According to Alexa statistics, Facebook is the number one or number two most visited site in most African countries. The social networking site has been witnessing high growth rates on the continent and so it is not surprising that Africa is Facebook’s fastest growing continent according to Facebook analytics site, Social Bakers. (Asia comes a close second).
In many parts of the continent, user numbers have doubled in the last seven months. Egypt is currently Africa’s leading country by number of Facebook users with about 6.8 million users and an 8.5% penetration rate. The country is followed closely by South Africa, Morocco and Nigeria which have a 3.7 million, 3.3 million and 3.0 million userbase respectively. Nigeria’s Facebook adoption rate is an interesting case though as despite its relatively high user base relative to other African countries, its Facebook penetration rate is quite low at 1.97%. Facebook is however the country’s most visited site according to Alexa as listed here. (What are your thoughts on some of the possible reasons for the low penetration rate in Nigeria relative to say, South Africa where Facebook has a 7.7% penetration rate? Share your insights in the comment section).
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Given the high mobile phone subscription rate in regions like Africa, Facebook has focused heavily on mobile for its user adoption strategy. Facebook’s Head of International Business Development, Christian Hernandez, noted this in a recent conversation with Balancing Act Africa when he said, “We know mobile is an important tool to drive engagement and in developing countries we start with mobile.”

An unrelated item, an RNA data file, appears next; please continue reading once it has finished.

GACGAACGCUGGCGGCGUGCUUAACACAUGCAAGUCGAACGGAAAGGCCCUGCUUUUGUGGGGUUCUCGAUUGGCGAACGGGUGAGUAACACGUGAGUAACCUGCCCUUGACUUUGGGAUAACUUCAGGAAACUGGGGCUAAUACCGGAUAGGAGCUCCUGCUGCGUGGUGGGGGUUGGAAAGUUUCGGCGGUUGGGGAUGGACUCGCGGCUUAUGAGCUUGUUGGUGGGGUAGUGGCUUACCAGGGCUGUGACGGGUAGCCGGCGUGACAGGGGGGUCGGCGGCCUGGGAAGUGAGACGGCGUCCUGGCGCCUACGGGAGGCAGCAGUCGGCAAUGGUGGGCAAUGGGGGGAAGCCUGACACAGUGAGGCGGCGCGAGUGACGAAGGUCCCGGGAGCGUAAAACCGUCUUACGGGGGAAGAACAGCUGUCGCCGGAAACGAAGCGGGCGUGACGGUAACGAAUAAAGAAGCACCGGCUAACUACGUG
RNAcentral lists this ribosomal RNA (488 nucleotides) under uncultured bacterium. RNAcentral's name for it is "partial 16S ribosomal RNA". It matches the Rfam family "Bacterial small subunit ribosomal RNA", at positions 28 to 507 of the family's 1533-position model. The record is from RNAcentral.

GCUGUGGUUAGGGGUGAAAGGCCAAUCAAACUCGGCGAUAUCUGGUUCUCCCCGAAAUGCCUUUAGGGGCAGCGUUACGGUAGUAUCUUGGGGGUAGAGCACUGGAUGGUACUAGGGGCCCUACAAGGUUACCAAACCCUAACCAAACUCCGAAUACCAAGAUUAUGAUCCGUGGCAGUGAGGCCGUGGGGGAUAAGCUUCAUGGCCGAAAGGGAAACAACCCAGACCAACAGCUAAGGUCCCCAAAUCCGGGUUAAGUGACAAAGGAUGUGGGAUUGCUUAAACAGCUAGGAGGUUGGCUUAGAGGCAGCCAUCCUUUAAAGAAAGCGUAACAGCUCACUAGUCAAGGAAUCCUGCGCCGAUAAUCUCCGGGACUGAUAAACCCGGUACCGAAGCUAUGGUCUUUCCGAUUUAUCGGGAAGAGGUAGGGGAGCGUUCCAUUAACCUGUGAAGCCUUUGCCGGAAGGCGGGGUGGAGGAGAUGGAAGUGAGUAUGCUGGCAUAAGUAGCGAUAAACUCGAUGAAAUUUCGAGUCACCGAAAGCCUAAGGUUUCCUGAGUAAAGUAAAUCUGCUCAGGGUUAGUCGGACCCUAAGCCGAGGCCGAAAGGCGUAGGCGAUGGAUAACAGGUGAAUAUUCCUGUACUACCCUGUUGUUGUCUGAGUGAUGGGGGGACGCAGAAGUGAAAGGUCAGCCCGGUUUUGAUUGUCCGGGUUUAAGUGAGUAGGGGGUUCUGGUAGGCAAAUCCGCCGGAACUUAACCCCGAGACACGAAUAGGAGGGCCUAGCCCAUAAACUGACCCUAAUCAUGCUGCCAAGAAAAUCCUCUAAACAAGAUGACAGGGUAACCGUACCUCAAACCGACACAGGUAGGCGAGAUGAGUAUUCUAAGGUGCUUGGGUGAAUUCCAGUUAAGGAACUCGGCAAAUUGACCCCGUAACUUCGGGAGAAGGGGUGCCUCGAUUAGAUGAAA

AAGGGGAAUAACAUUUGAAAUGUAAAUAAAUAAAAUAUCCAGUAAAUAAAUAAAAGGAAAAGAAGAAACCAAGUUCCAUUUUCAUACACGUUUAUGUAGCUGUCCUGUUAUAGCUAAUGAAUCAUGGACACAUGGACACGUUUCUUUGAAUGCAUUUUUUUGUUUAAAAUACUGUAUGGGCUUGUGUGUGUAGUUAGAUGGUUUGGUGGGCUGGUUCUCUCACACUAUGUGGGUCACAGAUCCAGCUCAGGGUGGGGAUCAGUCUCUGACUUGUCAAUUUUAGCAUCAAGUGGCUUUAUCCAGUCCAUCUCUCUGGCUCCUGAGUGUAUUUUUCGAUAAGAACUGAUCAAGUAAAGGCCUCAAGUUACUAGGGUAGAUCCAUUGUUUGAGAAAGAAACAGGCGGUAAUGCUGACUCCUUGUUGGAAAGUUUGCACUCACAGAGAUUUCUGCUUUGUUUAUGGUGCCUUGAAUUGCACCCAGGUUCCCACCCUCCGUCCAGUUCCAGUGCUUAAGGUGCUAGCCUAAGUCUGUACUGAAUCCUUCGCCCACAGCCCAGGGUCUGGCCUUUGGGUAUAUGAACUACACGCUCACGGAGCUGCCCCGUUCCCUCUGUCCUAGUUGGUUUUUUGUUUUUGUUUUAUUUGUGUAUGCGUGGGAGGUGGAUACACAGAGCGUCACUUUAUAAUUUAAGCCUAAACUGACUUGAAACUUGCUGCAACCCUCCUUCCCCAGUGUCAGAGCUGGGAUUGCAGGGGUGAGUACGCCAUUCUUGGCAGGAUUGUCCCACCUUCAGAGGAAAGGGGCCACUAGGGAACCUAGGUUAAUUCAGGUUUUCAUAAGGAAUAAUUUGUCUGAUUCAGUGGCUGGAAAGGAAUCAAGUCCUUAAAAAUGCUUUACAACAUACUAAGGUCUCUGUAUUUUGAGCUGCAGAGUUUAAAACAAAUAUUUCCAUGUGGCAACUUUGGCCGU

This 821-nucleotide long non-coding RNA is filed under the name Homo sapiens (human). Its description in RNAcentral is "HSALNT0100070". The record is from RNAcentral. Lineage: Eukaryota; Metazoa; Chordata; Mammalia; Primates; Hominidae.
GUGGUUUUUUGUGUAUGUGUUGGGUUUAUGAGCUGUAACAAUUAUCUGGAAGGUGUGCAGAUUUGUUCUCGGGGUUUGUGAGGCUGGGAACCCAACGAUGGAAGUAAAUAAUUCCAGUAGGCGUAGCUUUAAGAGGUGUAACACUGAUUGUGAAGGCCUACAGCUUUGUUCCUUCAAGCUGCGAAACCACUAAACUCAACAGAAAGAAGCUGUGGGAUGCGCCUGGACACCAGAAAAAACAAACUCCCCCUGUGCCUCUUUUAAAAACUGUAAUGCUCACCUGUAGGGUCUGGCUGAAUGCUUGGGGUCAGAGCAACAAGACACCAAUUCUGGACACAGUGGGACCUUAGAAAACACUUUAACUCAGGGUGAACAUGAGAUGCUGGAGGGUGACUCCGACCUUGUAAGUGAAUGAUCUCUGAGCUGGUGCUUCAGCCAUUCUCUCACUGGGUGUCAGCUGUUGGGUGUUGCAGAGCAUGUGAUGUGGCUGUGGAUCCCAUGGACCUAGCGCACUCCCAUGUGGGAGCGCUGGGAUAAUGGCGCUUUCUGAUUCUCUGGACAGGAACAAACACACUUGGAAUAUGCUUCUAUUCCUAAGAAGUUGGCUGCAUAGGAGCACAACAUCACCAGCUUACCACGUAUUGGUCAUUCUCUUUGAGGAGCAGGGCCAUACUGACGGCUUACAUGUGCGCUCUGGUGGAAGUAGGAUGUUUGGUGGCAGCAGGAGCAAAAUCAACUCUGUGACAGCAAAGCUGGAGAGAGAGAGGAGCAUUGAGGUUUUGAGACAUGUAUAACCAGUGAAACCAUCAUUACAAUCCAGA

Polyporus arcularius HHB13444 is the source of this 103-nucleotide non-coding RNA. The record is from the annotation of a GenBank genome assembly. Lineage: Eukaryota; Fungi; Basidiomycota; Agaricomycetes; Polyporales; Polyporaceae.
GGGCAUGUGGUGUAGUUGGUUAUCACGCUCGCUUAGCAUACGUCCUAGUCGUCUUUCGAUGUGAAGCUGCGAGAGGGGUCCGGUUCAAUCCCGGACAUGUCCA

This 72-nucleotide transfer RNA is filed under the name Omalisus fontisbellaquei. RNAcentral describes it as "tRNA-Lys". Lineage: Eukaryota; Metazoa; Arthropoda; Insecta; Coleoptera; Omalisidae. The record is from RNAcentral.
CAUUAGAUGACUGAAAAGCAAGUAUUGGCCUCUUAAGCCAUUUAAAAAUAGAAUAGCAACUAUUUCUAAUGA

Despite the fast growth rates in Africa, according to Social Bakers, overall, the continent has a Facebook penetration rate of about 3.06%, the lowest of all regions in the world. As such, there is substantial room for user growth rates in Africa.
Facebook clearly recognizes this as it recently advertised for a Growth Manager-Africa position on its career page here. In addition, the social network seems to be aggressively pushing its advertising strategy in the region as it currently has agents in several African countries making pitches and selling Facebook online ads to institutional clients. The Facebook infographic below illustrates its low presence in the region relative to other parts of the world.
It will be interesting to monitor the social network’s continued growth in the continent in the coming years. It will also be interesting to see how savvy African app developers take advantage of Facebook’s growth rates by building relevant and engaging Facebook apps for users.